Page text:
WikiLeaks emails show Saudi Arabian government tried to buy surveillance company Hacking Team; now under attack from Anonymous due to death sentence on alleged teen activist.
Among the 400GB of the Italian Hacking Group’s internal data released onto Wikileaks following a July breach were more than a million company emails including several detailing the Saudi Arabian government’s bid to buy control of the surveillance company.
Journalist Marco Lillo, who reported on the Saudi emails for the Italian newspaper Il Fatto Quotidiano, commented: “It’s paradoxical that it (Hacking Team) couldn’t sell its software to Saudi Arabia but it could sell them the entire company.”
UK-based, Syrian-born Wafic Said and former US ambassador to Italy Ronald Spogli, an investor in Hacking Team, were reportedly involved in the deal which collapsed in 2014 following the departure of leading backer, former Saudi ambassador to Washington, Prince Bandar bin Sultan, from his role as head of the Saudi intelligence service. CIO.com reported Hacking Team spokesman Eric Rabe saying talks had never been close to completion.
The Hacking Team has been criticised for supplying countries with poor human rights records, but Rabe justified the sales on the basis that Saudi Arabia is an ally of the West and it was important that it should receive instruments that enabled it to combat crime and terrorism.
Despite its current role as head of the UN’s human rights committee, Saudi Arabia has often been accused of being a violator of human rights. It is currently threatening to behead and crucify Ali al-Nimr, and it has made peaceful protesting a terrorist offence following demonstrations in al-Ahsa and al-Qatif districts in the eastern province by the minority Shia population.
On 10 February 2014, Charles Stauffer, a senior manager at Said’s investment company Safinvest, wrote to David Vincenzetti, CEO of the Hacking Team providing details of the transaction: the Saudi-owned joint venture company was to be called Halo and the price was set at €37 million (£30 million). Vincenzetti was also reported as seeking to avoid implications of the Wassenaar Arrangement (restricting dual use technology exports) being implemented, saying: “We would like the newco to be in a country which will not impair the export of our technology.”
Rabe was reported by CIO.com as saying he didn’t think the hack was the work of corporate rivals, as competitors were unlikely to post the results online, adding: “It was people who were trying to destroy our company.”
While there is no verification of who hacked Hacking Team, in a tweet to Motherboard, ‘PhineasFisher’ claimed responsibility for the hack. Last year ‘he’ claimed responsibility for hacking Gamma International, makers of FinFisher surveillance software.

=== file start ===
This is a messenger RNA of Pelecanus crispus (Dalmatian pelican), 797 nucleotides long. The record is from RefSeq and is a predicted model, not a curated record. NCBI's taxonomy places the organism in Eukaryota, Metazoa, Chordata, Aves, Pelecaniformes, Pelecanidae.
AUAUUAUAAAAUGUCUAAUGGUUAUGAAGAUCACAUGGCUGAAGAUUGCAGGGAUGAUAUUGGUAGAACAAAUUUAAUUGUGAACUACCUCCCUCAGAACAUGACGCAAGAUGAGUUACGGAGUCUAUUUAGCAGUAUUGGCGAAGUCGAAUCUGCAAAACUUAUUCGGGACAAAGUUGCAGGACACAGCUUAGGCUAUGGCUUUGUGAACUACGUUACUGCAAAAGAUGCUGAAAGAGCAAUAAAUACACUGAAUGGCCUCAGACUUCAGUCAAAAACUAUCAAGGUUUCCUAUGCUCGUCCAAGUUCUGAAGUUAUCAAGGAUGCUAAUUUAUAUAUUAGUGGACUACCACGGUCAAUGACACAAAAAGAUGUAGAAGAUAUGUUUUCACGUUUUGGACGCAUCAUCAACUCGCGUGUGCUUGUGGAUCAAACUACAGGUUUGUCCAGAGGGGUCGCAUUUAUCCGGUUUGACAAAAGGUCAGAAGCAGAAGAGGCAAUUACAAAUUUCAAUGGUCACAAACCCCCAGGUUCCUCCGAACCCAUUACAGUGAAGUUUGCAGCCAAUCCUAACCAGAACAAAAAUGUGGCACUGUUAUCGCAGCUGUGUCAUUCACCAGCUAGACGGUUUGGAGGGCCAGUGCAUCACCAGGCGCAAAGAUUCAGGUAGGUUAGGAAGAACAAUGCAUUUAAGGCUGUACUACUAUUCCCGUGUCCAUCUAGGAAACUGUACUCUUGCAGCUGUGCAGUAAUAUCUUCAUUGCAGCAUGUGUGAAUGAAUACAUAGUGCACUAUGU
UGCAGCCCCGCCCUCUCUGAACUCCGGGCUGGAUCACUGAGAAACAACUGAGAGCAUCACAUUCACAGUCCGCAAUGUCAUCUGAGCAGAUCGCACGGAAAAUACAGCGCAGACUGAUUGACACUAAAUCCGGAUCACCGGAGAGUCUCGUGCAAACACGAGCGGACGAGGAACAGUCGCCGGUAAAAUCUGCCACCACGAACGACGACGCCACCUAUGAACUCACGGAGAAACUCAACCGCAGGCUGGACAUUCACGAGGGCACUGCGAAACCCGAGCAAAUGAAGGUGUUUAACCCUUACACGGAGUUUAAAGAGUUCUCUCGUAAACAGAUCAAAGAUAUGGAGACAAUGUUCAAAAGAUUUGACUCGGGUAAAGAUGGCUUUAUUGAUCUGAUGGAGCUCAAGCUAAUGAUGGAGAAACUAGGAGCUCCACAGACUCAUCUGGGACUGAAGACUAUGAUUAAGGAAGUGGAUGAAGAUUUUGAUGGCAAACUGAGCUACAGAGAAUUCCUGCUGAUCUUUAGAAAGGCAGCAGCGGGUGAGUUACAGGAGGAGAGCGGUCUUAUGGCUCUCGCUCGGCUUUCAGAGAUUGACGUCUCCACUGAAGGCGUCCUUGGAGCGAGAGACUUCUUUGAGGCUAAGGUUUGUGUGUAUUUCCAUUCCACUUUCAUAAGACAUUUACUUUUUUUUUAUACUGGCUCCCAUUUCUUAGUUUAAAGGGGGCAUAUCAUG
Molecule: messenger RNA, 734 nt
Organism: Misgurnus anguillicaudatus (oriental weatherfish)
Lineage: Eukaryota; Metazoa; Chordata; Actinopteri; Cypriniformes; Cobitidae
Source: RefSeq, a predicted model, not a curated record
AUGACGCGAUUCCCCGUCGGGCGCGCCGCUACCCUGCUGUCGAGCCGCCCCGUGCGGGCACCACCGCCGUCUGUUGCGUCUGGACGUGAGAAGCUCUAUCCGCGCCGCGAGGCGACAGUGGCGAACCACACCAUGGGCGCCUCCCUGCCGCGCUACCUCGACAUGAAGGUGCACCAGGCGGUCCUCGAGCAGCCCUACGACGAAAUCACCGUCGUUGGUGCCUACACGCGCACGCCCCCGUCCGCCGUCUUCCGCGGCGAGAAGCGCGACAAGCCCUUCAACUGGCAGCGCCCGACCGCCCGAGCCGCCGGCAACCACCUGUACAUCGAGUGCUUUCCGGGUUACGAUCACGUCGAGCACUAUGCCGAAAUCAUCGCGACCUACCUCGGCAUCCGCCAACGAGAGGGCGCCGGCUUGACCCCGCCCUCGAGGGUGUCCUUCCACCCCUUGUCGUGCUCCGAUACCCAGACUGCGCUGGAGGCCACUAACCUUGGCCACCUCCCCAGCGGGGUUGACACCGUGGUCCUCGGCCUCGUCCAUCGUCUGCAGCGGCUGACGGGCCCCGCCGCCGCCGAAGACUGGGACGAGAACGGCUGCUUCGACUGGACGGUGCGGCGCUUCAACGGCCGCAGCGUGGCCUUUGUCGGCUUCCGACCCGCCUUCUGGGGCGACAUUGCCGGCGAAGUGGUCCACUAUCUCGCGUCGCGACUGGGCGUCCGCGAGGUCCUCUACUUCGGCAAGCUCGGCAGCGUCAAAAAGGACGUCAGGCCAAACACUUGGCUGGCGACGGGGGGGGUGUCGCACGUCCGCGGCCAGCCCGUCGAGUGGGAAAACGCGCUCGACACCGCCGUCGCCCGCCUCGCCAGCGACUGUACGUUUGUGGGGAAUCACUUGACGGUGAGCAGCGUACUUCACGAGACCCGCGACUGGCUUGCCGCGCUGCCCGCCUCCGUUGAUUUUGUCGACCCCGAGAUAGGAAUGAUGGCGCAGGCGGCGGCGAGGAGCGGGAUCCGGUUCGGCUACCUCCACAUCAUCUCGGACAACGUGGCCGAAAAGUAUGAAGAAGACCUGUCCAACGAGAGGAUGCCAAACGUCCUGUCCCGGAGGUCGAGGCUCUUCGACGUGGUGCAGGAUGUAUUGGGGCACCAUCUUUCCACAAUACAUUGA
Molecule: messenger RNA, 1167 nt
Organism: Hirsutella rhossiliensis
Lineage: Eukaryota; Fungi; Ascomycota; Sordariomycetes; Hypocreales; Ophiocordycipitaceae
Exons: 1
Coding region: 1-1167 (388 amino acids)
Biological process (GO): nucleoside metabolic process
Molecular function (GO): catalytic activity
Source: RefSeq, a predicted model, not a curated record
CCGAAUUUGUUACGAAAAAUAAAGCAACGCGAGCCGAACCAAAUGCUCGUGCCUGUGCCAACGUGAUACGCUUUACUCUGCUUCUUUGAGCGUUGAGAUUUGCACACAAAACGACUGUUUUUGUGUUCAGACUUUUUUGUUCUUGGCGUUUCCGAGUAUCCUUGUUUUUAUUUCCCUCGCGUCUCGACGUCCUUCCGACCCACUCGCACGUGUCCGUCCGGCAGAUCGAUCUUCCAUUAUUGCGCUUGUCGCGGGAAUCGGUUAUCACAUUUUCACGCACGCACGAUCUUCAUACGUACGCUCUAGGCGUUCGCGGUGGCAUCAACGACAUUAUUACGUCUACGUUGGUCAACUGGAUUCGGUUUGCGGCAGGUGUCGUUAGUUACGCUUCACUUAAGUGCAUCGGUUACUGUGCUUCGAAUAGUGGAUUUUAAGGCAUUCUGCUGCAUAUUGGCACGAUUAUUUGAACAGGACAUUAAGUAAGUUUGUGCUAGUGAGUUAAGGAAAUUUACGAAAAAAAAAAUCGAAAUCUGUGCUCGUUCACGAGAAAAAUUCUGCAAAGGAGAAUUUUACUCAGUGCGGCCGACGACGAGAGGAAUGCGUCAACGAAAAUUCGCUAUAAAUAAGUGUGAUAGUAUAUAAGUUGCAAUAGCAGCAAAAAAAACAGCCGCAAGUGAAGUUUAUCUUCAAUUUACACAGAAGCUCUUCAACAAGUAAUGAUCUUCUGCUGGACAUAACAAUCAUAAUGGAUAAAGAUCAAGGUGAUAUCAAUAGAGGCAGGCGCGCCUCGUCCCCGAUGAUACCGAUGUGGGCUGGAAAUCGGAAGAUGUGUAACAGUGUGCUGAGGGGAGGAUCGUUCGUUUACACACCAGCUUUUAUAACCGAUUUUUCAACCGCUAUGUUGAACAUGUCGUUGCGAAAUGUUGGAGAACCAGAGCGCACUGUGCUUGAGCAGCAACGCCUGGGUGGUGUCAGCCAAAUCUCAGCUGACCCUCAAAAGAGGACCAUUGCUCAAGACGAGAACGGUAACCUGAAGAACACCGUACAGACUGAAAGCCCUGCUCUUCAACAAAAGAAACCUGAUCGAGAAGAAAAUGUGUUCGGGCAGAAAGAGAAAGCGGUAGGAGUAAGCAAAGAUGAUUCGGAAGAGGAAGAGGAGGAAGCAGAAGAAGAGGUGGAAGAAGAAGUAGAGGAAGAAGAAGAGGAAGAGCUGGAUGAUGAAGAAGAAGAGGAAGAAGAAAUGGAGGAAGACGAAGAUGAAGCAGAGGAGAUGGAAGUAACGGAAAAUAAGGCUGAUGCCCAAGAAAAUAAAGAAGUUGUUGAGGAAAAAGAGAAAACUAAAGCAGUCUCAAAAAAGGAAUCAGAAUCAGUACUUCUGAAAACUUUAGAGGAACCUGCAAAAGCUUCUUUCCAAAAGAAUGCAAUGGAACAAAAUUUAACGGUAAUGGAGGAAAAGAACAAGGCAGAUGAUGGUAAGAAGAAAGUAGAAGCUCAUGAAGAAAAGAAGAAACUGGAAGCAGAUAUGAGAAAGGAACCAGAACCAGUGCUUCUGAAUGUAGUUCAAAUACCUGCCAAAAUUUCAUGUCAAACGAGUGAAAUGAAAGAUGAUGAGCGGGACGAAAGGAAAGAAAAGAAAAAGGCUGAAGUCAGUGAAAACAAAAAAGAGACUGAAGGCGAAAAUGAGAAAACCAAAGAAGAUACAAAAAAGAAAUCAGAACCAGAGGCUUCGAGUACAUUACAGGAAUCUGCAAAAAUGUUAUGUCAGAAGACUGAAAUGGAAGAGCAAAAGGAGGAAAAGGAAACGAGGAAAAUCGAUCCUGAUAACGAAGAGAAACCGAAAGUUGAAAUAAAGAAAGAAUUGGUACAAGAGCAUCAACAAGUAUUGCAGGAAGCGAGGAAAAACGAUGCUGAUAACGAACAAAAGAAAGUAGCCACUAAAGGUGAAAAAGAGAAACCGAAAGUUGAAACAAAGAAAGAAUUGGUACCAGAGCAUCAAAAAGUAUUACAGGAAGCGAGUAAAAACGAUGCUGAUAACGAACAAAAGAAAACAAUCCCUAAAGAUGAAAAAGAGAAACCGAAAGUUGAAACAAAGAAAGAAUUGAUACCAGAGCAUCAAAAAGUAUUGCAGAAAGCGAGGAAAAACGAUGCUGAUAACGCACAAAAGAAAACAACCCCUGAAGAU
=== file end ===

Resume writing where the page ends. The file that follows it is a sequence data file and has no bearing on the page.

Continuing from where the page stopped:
It is also not known what alternative arrangements Saudi Arabia may have made to gather cyber-intelligence when the Hacking Team deal collapsed.
Bob Tarzey, analyst and director, Quocirca Ltd, commented to SCMagazine.UK.com, that, assuming the story is correct, “If Saudi Arabia wants to monitor the social media activities of its own population, the communications of its local rivals such as Iran, or simply know what western organisations and countries are doing (in relation to Saudi Arabia), then it is likely to buy in the skills as I doubt there is that much in-house expertise given the size of the population and the nature of the education system. It has a generally positive relationship with western companies/countries [so this should not be a problem].”
In an email to SCMagazineUK.com, Sarb Sembhi, director STORM Guidance adds: “Any government, be it a Western or Middle-Eastern one, would most logically have had to be considering several options on acquiring such tools and expertise – The Hacking Team would most likely have been just one of those several options. We do not yet know for sure whether or not it succeeded in either purchasing another company or other tools comparable to those of the Hacking Team. If it has managed to do so, then it has been able to reduce the gap with some of the Western governments in relation to vulnerabilities, attack tools, etc. In political ally and enemy terms, it would make most sense that we assume that those tools and expertise are held by Saudi Arabia than not.”
So the Saudis may well be the new player on the block, but equally they may simply want to give the impression that they have such capabilities even when they don’t. But the real challenge, suggests Sembhi, “ …. is not always ‘does the other party have the capability?’, but does it have means to acquire such capability, and then to make use of it effectively. If the answer to that is ‘yes’, then all the rest is just game play.”
In another development, Saudi Arabian government sites are currently being targeted by Anonymous. According to messages posted with the #OpNimr hashtag, the attacks are a protest against the death sentence being confirmed this month against Ali al-Nimr, a nephew of Shia cleric and activist Sheikh Nimr Baqr al-Nimr.
He has been sentenced to be beheaded and then crucified for alleged anti-government activities in 2012 when he was 17. Amnesty International alleges Ali al-Nimr was tortured to extract a confession.
Saudi Arabia’s UN human rights appointment is criticised by Anonymous which also issued a statement saying: “Ali Mohammed al-Nimr, an innocent young teenage boy has been sentenced to death in Saudi Arabia and we will not stand by and watch.”
It has issued a list of targets on Pastebin including the Ministry of Justice, the Ministry of Civil Service, the General Administration of Education, PSATRI, Saudi Arabia’s technological centre for its military and security sectors and Saudi Airlines.
Anonymous said: “The ministry of justice was taken offline a few days ago and we will continue to do this to other government websites,” though it is believed to be the only site currently offline.